User Interface Designers Need to Understand Color Blindness

There are various types of color blindness, some more common and some quite rare.

Most color blindness issues are genetic and found on the x chromosome, which is why it’s much more common in men than women. (Women have two copies of the x chromosome but men only have one.) The different types of red-green color blindness may affect as many as 10% of males and should be taken into consideration in any web or application design.

Deuteranomaly affects about 5% of men and is the most common form of color blindness. It is “green weak”, where red, orange, yellow and green all appear to be shifted towards the red end of the spectrum.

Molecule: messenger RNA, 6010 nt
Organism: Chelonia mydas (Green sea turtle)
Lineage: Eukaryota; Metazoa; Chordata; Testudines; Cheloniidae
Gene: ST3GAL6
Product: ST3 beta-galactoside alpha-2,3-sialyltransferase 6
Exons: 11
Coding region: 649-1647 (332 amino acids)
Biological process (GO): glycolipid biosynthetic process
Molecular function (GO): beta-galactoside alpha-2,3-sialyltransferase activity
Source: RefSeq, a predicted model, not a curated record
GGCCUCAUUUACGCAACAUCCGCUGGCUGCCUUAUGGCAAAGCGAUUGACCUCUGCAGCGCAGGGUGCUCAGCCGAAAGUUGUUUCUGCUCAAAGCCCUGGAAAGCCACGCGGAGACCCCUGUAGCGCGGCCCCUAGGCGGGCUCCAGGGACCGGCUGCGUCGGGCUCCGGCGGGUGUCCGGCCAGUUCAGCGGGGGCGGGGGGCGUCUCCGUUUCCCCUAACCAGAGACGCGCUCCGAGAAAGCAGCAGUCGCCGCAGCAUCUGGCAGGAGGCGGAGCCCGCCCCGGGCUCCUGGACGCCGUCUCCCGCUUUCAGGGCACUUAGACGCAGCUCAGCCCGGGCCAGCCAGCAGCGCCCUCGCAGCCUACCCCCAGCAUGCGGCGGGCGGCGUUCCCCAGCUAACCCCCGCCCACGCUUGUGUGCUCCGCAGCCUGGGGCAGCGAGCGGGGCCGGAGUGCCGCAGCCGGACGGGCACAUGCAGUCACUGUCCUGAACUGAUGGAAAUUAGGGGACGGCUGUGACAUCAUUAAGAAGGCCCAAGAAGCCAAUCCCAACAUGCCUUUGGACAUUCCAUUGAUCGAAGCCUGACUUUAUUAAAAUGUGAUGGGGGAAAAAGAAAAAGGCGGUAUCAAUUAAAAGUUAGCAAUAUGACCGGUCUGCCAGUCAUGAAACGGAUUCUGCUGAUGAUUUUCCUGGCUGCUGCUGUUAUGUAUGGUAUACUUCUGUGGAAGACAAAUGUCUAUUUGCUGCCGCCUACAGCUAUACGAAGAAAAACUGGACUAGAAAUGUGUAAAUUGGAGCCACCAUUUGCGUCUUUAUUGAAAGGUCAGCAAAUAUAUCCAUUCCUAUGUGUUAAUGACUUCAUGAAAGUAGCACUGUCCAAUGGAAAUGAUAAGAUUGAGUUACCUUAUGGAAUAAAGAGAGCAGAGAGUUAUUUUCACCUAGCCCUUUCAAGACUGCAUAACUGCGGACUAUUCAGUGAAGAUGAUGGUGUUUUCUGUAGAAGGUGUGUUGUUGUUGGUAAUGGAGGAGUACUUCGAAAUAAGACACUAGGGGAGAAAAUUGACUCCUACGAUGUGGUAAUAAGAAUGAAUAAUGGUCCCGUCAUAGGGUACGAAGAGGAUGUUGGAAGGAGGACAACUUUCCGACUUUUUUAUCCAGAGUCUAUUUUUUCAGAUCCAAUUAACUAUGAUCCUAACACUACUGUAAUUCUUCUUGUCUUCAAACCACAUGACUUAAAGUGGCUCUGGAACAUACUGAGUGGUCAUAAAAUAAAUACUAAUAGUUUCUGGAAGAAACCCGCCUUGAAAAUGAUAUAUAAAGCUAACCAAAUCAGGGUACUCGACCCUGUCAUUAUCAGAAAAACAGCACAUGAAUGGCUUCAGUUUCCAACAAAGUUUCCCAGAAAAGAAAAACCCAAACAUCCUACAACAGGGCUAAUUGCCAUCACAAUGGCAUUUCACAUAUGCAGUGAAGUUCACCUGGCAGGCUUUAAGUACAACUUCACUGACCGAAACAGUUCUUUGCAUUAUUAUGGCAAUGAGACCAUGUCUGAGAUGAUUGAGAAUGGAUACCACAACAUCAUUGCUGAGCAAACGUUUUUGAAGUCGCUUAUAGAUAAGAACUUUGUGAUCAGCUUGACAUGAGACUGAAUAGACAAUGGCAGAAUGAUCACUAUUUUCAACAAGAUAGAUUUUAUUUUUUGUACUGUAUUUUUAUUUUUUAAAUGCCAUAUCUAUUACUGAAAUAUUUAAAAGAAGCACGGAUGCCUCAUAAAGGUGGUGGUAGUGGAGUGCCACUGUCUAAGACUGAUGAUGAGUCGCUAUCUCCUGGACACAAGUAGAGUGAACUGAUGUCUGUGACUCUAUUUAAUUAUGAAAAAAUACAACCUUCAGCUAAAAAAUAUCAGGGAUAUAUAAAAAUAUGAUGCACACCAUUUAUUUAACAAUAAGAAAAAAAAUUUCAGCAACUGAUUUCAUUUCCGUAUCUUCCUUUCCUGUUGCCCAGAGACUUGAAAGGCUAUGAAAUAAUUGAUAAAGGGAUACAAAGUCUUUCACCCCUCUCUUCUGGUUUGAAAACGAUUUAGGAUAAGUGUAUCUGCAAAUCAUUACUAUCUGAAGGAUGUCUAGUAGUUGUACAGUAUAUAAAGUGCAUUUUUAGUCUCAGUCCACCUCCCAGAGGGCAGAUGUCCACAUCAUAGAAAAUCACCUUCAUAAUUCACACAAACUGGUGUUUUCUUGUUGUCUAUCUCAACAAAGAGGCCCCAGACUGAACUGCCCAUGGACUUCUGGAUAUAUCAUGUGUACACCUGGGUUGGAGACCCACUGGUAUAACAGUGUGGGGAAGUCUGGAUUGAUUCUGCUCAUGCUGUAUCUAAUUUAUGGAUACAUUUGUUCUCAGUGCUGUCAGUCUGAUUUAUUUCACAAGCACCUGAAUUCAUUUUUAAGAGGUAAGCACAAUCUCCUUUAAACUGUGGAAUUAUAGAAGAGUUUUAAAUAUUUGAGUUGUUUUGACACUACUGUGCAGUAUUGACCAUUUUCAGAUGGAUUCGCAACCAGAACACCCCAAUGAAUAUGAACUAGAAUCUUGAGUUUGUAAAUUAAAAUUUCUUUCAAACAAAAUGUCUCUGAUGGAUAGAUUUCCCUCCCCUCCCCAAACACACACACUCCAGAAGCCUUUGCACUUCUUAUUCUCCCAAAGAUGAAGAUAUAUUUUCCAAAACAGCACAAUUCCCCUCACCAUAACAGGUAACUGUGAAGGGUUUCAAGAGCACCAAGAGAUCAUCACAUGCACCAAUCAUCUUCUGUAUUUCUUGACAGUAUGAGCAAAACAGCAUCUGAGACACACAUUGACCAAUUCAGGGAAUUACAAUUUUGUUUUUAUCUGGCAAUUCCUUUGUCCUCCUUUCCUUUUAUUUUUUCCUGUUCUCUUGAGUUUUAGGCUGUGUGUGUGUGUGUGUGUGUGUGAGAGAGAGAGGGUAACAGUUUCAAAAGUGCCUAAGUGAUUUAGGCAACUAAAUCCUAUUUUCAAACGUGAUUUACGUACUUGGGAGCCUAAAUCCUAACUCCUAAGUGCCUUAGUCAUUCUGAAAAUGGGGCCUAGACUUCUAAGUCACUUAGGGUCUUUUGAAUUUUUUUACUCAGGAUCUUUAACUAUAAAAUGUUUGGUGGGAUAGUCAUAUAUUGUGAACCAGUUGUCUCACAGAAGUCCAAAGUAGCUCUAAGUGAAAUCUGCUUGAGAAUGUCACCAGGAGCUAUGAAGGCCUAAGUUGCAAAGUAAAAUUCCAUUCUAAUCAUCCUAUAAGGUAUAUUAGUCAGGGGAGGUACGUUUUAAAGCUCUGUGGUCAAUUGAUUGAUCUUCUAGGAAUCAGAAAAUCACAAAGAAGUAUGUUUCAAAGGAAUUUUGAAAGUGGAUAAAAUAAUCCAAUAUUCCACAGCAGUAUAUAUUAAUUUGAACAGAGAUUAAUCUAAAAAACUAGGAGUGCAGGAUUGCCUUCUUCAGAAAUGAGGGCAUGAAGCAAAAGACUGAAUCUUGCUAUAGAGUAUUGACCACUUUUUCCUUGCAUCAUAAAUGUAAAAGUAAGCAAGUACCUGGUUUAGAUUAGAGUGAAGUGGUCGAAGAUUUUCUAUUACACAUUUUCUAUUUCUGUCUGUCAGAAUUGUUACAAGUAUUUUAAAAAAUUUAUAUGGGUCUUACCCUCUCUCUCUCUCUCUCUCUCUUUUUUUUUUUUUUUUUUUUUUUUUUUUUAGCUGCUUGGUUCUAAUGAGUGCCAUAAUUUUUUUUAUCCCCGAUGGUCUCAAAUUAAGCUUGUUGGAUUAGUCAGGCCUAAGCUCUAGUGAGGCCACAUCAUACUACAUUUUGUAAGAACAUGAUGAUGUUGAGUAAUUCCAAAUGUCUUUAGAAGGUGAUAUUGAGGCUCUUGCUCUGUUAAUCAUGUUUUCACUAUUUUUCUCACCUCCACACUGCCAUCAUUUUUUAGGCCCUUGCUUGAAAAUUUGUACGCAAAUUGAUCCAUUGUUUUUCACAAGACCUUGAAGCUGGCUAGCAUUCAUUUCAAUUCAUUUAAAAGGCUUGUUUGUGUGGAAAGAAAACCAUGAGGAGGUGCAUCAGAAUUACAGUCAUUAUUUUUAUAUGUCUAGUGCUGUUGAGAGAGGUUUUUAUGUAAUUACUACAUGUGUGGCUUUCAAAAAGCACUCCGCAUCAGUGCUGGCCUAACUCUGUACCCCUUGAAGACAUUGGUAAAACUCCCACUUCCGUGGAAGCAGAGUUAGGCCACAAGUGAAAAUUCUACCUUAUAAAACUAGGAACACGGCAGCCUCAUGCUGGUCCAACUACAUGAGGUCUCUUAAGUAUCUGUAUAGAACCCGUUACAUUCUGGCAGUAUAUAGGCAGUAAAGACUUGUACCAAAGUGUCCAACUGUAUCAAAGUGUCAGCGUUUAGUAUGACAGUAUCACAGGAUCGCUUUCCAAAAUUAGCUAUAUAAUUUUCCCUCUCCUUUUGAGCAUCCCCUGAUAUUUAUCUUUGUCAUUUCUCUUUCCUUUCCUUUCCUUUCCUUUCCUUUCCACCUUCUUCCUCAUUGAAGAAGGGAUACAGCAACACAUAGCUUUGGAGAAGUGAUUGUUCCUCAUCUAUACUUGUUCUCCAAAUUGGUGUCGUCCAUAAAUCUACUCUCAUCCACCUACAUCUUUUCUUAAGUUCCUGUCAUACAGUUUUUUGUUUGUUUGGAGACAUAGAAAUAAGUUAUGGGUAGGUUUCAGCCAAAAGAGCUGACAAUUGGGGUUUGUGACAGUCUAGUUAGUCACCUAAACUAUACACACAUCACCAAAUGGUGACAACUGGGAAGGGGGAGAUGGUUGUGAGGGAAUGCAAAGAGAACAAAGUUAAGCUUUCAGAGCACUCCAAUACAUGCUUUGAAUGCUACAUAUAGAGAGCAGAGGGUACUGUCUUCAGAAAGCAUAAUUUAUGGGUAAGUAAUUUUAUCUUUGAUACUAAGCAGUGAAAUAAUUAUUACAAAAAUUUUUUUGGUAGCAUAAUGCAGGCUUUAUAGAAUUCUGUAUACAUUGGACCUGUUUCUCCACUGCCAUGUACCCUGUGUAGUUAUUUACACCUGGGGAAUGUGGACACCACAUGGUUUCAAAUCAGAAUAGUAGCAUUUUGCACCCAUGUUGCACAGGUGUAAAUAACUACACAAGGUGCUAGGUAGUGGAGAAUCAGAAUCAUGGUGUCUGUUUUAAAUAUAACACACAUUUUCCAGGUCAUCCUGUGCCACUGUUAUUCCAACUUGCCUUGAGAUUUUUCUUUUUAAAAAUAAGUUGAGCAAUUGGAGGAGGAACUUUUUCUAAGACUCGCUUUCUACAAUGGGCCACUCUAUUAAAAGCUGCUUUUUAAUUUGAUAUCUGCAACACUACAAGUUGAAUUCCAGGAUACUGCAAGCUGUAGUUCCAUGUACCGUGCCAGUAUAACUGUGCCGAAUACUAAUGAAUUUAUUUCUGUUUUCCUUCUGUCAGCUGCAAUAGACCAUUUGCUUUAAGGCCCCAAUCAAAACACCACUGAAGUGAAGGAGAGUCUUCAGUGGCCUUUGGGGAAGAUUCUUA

Deuteranopia – no green cones

Protanopia affects about 1% of men and people with this condition have no red cones. Red, orange and yellow can appear “dim.”

Protanomaly – low red cones

Best Practices: User Interfaces for the Color Blind

  • Sufficient contrast goes a long ways to create accessible user interfaces that can be used by people with color perception anomalies.
  • Never use color as a primary indicator. Use verbiage to back up the message when using red and green to indicate stop and go.
  • Protanopia can cause reds and greens to appear dimmed. This isn’t generally a problem in an interface with a white background, but darker backgrounds are more likely to cause problems.

Tools to Analyze User Interfaces for Color Blindness Issues


Palettes Pre-Optimized for the Color Blind

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